Last weekend I saw Morrissey perform the last show of a short residency at the Hollywood Palladium. A momentous build up for me – finally I would get to see live the man who created some of my favourite ever songs, the lead singer of a band who changed my life forever but broke up before I was old enough to see them live. I remember as a kid watching The Smiths on Top of The Pops – a legendary weekly chart TV show and “thinking whose that skinny weirdo with the flowers and the hearing-aid”, little did I know that weirdo would change my life.

Just as I was getting into The Smiths – they broke up – and that was that. I followed Morrissey into his solo career and loved Viva Hate his first solo album, then Bona Drag, but after that I kind of lost interest in his solo albums, lamenting for the jangle pop of The Smiths. The Smiths where only active from 1982 to 1987 – in such a short time they created music that is still as relevant today as it was 20 years ago with Morrissey’s tongue in cheek, sexually ambiguous, and sometimes controversial lyrics, and Marr’s complex, dense guitar riffs.

My school friend Patsy and I shared a Smiths obsession, educated and fueled by her older sister Teresa’s vast knowledge and record collection. Patsy and I were two of the handful of people into alternative music at secondary school – unsurprisingly we were considered weird. I had black hair and was pale so therefore in the narrow minds of my class mates was often accused of being Gothic like it was some kind of disease. The Smiths kept me going and brought me comfort during that awkward teenage period – I would spend hours wearing out my copy of The Queen Is Dead on tape!

Despite being under age Patsy and I would wangle our way into the Majestic, a nightclub in my home town every Sunday because that was alternative night. It was full of goths, rockabillys, psychobillys, indie kids – anyone who liked alternative music basically. Whilst there was some comfort to be found in a kinship of music even here I felt awkward – it was a different kind of awkwardness from that of school – here we weren’t cool enough for a different reason but at least no one teased us. Where you sat was crucial to your social grouping – sat in the right side top corner – you were ‘indie’, and each week you would sit in the same place – it was a weird unspoken rule. We’d go religiously every Sunday night for years and years even when it was shit really, cause if you didn’t go then you might miss something. The club changed hands and became Washington Heights after a re-vamp with awful tacky plastic American symbols everywhere – and finally it became Club RG1. Thankfully I think I stopped going then or they stopped Sunday nights.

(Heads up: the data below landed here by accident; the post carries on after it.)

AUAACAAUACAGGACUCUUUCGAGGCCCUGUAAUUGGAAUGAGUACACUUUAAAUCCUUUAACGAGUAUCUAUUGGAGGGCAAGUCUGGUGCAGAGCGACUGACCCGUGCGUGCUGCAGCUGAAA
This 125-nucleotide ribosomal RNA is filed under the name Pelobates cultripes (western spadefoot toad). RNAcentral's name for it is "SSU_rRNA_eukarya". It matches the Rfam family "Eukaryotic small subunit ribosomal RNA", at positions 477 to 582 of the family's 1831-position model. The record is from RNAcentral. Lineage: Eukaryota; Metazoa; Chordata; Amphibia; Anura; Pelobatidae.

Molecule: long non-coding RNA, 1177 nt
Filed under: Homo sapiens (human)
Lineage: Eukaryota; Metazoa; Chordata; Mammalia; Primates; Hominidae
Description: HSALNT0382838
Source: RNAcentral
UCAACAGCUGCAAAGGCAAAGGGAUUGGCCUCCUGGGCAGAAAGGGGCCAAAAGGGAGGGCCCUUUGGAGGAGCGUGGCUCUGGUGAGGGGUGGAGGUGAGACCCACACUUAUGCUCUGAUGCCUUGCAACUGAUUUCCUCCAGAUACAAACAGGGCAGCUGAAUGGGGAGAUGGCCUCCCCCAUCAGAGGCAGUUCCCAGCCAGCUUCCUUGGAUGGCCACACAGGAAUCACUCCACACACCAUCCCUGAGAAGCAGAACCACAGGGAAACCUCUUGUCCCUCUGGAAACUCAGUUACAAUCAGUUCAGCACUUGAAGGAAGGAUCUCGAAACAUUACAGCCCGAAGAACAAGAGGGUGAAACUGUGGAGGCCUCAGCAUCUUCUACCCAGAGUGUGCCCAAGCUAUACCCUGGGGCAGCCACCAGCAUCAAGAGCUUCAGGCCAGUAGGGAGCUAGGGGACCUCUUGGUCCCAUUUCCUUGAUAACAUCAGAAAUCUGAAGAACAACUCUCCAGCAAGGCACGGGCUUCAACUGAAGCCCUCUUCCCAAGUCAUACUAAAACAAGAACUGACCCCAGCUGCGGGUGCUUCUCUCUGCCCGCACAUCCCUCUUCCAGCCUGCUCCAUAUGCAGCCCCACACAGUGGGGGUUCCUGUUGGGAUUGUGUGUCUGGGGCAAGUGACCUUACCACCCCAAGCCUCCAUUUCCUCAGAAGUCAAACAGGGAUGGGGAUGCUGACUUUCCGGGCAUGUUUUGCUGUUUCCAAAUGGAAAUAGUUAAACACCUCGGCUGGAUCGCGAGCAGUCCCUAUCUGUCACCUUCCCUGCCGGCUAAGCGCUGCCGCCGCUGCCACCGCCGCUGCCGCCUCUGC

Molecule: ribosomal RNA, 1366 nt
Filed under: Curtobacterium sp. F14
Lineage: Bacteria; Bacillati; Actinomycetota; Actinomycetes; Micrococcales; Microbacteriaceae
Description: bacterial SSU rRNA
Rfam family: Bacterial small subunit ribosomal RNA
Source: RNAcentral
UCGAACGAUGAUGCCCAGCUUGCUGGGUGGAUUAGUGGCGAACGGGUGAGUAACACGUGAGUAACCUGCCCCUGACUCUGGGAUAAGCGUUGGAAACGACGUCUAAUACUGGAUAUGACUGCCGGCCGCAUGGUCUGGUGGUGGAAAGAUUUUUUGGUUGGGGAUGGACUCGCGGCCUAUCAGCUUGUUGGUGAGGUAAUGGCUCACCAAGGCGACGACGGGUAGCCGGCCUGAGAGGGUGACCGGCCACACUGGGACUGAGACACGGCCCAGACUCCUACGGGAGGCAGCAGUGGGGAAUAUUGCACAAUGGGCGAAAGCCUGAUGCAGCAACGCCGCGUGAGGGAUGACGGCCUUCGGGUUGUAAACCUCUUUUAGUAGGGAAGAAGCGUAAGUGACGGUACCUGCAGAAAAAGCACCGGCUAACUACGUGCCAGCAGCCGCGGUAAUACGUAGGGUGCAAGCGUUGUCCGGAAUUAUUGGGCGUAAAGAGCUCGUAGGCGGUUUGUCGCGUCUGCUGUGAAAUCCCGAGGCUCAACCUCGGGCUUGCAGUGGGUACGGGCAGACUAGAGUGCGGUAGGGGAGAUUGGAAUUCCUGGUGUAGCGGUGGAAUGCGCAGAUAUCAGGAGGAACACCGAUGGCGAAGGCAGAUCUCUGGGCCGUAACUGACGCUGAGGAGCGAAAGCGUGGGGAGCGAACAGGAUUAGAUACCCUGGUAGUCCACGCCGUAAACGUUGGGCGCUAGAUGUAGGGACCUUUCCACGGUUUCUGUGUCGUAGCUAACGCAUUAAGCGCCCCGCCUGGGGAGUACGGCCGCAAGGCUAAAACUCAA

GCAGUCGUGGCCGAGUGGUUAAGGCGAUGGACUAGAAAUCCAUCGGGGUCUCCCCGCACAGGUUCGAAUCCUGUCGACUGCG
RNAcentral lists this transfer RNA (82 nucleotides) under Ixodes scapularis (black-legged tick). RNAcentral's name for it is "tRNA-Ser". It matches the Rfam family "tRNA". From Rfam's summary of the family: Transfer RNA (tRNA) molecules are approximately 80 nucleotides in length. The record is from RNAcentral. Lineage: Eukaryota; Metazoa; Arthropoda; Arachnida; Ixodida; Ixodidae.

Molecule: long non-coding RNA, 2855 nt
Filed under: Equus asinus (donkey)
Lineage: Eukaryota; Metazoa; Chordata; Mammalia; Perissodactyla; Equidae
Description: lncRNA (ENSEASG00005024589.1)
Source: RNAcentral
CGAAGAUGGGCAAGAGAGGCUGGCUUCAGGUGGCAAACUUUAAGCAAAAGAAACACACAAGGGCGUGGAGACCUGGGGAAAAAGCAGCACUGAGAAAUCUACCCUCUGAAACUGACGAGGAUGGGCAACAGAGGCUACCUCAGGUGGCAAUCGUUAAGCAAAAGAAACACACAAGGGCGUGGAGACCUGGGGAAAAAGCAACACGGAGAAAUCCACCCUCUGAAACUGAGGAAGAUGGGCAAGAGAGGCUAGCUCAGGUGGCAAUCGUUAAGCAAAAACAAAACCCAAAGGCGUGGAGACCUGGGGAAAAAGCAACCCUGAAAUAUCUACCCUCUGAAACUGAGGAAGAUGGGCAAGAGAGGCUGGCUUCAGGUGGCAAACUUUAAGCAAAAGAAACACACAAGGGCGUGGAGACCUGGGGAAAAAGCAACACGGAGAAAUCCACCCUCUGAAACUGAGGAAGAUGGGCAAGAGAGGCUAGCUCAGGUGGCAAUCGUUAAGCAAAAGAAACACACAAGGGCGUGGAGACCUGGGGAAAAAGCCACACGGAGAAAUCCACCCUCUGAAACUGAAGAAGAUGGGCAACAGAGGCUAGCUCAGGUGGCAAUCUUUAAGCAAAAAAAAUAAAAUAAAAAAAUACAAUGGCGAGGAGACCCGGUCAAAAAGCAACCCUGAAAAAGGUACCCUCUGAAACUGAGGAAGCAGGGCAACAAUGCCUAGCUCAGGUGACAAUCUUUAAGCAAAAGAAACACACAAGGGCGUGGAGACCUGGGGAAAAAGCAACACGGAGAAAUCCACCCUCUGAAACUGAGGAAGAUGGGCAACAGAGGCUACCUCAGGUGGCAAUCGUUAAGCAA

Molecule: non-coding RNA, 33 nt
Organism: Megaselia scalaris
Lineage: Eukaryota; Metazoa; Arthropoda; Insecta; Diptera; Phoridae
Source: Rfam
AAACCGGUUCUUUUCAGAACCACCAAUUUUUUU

Listening to The Smiths always reminds me of those happy but naive early days at The Majestic and sitting on Teresa’s bed smoking Silk Cut cigarettes watching her quiff her hair magnificently as we got ready to go there.

A couple of months ago a friend of mine convinced me to go with her to see Morrissey – I was hesitant at first – I didn’t know any of his new material, but she swore he was starting to play Smiths songs as part of his set and the chance to hear ‘Girlfriend In A Coma’ etc was too much. So we went – the Palladium is a beautiful art deco building with chandeliers and signs for ‘the powder room’, they are closing it down at the end of the month to restore it to its former glory – somewhat of a first for Los Angeles – in a city that is the back drop for so many movies, normally they treat everything like a movie set and tear it all down and start again.

Despite playing three Smiths songs it just wasn’t the same. It was great to see him in the flesh – this guy I had hero worshiped for so long, just standing yards away from me. I had actually seen Morrissey in an English pub in LA six years ago but this time I could gawk at him without fear. It was a good concert and I was surprised at the numerous offerings fans held up to Morrissey to accept – mostly rare records they knew he collected, and the passion with which they sang along to his songs – songs I had no idea about. I left the evening feeling slightly disappointed, crushed even. A couple of days later I have finally found the words came to me to describe how I felt – it was rather like seeing an old boyfriend who has moved on, has a new circle of friends and you are still wistfully remembering the old times.

Life tends to come and go…

Not Goth, 34, Redondo Beach, CA